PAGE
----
I haven't read Meyer's saga yet, but as you point out, there is such a buzz around those books. Certainly my teenaged daughter and her friends have been devouring them. Even a couple of reluctant readers I know have found the books to be completely addictive. Now that the holiday rush is finally over, we definitely have the movie on our agenda for this coming week.

Must close for now, as we are going to Oxford (!!) for the day . . . but I look forward to catching up with you soon. Happy New Year!

Sarah Laurence said...

Mary Ellen, wow, that’s quite an invitation, thanks! It sounds like your family has totally embraced winter. Winter sports do make it fun.

Rose, Twilight shares romance with Wuthering Heights and Romeo and Juliet but not literary grace. I still don’t think there is any harm in reading both. I enjoyed talking about Twilight with my daughter and discussing what worked and what concerned me. It sounds like your precocious granddaughter would enjoy that conversation with you. We grownups are always suggesting books, it helps balance the relationship to take some suggestions from our children.

Bee, there was a good article in Thursday’s NYT on exactly that point:
I Wish I Could Read Like a Girl, needless to say it featured an 11 year old girl reading the Twilight series over winter vacation. I think there is something to be said in trying to understand how and why these books appeal to this generation rather than condemning them. Say hello to Oxford for me – I’m jealous. I’m looking forward to catching up soon. Welcome home.

A Cuban In London said...

'If you live as far north as we do, you must embrace winter'.

There's an excellent sentence to ebign a post You surely choose them well. None of that tepid British self-deprecation that it's so hard for me to put up with. Yuo embrace winter because it's there and it bares its beauty (and ugliness) to you and yours.

I loved the carefree spirit running through this column, your mementos with your younger brother and how you are giving your children the same opportunity. And what I loved the most was how you weaved (intentionally? unwittingly? You're the only one who can tell :-D) the plot of Twilight with your own children#s raison d'etre. I've heard a lot about Twilight and my feelings echo yours. I have not read the books, though, so I might be talking out of my... :-) but it seems to me that the formula of girl meets boy and falls in love is rehashed again.

Thanks for this beautiful post and for those striking images.

Happy New Year!

Greetings from London.

Sarah Laurence said...

ACIL, that’s exactly the difference between New England and England. I wonder if climate shapes attitude. I choose my reading to match my mood or the reading creates the mood. Either way I aim to weave my reading, my writing and my art into my life and my blog. Twilight does tap into classic themes, but it does it with a contemporary, real teen voice. Happy New Year to you too.

Kengot said...

I hope your new year would be nice!!

Anonymous said...

You should post your blog on to get a bunch more viewers.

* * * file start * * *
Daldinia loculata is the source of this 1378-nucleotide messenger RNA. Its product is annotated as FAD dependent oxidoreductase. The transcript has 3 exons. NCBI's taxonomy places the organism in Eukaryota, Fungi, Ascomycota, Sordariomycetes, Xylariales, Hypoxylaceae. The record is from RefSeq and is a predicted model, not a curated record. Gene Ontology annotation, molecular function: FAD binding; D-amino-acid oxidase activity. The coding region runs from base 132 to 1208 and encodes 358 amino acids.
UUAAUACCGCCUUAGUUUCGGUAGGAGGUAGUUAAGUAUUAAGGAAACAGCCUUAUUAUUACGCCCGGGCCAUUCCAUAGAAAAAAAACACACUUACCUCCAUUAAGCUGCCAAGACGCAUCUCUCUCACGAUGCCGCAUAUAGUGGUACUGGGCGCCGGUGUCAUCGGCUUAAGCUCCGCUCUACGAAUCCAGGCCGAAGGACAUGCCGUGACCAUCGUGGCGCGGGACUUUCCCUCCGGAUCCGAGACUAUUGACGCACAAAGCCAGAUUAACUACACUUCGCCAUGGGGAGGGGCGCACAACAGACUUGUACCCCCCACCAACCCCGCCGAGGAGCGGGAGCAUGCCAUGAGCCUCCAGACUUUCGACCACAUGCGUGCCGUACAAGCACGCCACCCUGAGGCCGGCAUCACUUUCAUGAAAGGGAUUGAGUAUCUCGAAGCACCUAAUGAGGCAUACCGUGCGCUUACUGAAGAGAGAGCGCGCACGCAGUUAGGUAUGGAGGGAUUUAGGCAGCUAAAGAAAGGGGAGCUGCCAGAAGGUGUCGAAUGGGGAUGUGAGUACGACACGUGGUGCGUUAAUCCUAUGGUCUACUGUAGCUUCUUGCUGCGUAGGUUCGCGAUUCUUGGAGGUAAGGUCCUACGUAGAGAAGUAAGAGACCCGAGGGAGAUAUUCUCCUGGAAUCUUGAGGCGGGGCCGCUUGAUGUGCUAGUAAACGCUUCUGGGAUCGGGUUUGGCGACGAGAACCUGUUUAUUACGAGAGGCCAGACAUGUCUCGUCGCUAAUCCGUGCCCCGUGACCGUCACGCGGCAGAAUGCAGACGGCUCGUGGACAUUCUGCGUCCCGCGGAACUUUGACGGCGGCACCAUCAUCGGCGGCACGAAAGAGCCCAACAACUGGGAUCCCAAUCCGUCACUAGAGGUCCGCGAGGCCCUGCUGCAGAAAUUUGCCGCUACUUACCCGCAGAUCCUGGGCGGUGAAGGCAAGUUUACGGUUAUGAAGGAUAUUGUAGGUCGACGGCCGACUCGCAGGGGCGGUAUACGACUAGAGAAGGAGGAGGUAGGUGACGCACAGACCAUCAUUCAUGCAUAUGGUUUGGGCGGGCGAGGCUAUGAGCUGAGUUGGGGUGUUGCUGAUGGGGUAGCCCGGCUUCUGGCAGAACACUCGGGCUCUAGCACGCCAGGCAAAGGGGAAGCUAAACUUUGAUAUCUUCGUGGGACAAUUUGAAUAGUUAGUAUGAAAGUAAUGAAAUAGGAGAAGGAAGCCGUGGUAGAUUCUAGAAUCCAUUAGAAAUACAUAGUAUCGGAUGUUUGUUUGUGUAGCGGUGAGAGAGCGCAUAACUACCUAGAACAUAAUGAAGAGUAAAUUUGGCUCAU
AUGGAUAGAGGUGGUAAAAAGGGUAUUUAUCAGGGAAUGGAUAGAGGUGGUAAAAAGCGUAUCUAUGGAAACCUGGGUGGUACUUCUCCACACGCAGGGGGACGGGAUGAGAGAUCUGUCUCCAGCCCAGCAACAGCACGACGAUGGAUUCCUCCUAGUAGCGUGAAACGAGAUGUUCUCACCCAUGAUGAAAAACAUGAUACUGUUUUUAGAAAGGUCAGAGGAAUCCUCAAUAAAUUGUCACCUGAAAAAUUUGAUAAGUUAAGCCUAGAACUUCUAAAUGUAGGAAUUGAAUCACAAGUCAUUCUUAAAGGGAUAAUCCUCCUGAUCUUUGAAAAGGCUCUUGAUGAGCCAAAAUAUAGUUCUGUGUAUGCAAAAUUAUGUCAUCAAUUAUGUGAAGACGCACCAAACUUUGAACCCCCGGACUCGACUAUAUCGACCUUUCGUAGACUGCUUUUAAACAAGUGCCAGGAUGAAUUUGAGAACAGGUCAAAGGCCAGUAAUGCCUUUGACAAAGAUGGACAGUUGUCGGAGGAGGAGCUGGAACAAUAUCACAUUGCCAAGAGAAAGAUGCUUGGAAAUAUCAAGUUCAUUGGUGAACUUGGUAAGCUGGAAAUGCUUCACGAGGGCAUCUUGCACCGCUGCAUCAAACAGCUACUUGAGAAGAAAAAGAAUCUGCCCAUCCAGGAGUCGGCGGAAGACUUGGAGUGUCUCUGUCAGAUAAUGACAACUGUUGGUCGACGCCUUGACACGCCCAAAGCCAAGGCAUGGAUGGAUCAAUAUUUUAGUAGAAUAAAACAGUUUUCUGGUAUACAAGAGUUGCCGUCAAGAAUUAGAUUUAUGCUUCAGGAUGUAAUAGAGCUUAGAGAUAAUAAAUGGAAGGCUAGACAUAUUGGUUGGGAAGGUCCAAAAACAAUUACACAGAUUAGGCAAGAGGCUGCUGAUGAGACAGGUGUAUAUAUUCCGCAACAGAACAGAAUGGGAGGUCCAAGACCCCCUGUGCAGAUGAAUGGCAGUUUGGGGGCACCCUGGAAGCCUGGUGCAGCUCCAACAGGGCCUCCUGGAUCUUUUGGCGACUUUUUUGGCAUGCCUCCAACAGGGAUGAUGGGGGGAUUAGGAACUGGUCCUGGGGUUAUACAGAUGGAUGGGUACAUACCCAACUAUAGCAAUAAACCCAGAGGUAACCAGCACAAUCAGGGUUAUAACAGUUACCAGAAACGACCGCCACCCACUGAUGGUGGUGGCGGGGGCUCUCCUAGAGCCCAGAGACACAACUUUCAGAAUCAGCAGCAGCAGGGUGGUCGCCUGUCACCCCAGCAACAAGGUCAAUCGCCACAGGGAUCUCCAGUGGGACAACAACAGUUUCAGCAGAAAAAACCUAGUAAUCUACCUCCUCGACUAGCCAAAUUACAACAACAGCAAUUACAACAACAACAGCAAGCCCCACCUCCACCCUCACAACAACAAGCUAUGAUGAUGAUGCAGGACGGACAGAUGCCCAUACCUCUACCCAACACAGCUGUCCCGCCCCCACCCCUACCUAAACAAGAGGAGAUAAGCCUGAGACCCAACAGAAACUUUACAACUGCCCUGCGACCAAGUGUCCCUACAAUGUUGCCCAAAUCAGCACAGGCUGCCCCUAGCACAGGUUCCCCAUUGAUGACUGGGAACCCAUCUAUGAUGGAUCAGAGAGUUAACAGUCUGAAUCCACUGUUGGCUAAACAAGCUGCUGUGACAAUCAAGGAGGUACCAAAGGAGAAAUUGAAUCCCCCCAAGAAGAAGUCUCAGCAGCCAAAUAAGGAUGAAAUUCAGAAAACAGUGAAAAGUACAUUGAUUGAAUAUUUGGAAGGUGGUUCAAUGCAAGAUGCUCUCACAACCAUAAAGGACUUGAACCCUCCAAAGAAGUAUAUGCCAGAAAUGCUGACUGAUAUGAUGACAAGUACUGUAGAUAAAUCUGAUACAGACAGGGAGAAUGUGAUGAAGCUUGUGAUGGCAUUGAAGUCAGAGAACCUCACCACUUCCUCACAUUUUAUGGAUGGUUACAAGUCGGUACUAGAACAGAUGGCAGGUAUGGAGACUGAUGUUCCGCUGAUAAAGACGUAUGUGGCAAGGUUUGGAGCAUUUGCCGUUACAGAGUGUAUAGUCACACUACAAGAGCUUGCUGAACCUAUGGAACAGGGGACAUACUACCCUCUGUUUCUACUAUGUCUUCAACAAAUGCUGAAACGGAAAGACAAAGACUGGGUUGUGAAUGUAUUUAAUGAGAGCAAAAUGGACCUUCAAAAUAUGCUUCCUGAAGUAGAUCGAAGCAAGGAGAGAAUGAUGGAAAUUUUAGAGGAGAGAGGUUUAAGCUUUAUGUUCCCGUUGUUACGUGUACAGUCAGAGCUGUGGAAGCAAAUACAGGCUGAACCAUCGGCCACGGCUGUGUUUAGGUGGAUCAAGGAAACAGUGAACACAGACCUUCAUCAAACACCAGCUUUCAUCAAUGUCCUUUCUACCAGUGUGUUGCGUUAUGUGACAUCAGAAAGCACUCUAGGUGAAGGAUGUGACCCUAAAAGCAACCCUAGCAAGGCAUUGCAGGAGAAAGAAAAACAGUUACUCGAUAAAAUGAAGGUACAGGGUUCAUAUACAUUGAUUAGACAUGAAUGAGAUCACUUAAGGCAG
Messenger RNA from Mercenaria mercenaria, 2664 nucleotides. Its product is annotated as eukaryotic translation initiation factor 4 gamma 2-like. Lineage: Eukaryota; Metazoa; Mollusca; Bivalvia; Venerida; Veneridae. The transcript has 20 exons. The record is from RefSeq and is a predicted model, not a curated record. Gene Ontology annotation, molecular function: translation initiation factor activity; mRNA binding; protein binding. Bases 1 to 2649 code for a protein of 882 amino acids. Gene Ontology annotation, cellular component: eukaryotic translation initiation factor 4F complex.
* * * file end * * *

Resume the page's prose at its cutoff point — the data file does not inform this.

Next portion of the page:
Jan said...

Haven't visited your blog for a while but I shall be back!
It's juicy and informative and fun and absolutely one of the best I've met.
Happy New Year Sarah.

TBM said...

Happy New Year, Sarah! Your skiing story had me shivering in my socks! Congratulations on making it down that Double Diamond expert slope. You are one brave woman.

As for the Twilight series... let's just say I agree with you. On all counts!

Sarah Laurence said...

Kengot, my new year was low key. We skipped the neighborhood skating party (brrr) and had champagne by the fire with French cheeses. I hope you had a nice new year too.

Anonymous, this is just one post on Twilight, not the theme of the blog. I do occasionally review other Young Adult fiction titles – click on the blog label at the end of the post.

Jan, welcome back and thank you! I’ve enjoyed your blog too.

JaPRA, is Roxi reading Twilight too? The series is going global. It’s good to have you back. Happy New Year!

Sarah Laurence said...

Proof that Twilight is good for reading:

I had to add that my daughter is now reading and enjoying Little Woman, a book that had once felt intimidating because it was so long. She pointed out that it is 200 pages shorter than the last Twilight book.

Anonymous said...

The best day at sugarloaf was in the 50s! I loved going down skidder and hayburner again and again with my friends!

I have to say Twilight is my favorite book! It has romance♥, action☠, and suspense with a little bit of a twist: it isn't any stereo typical romance novel! What I think is different than any other corny romance book is that Bella isn't looking for any romance, she is perfectly happy with her normal life but then she sort of trips into all this trouble without thinking!

I like your blog post but i have to say that Twilight is more targeted to young adult: about 11-20!

-your daughter♥☃☁☂

Anonymous said...

Call me crazy but I don't think that Edward, the vampire who Bella falls in love with, is the best character. He seems too perfected like a comic book super hero or whatever. I actually like Emmett, his huge big brother, the joker of the family better! He has a better developed personality.
-anonymous :-)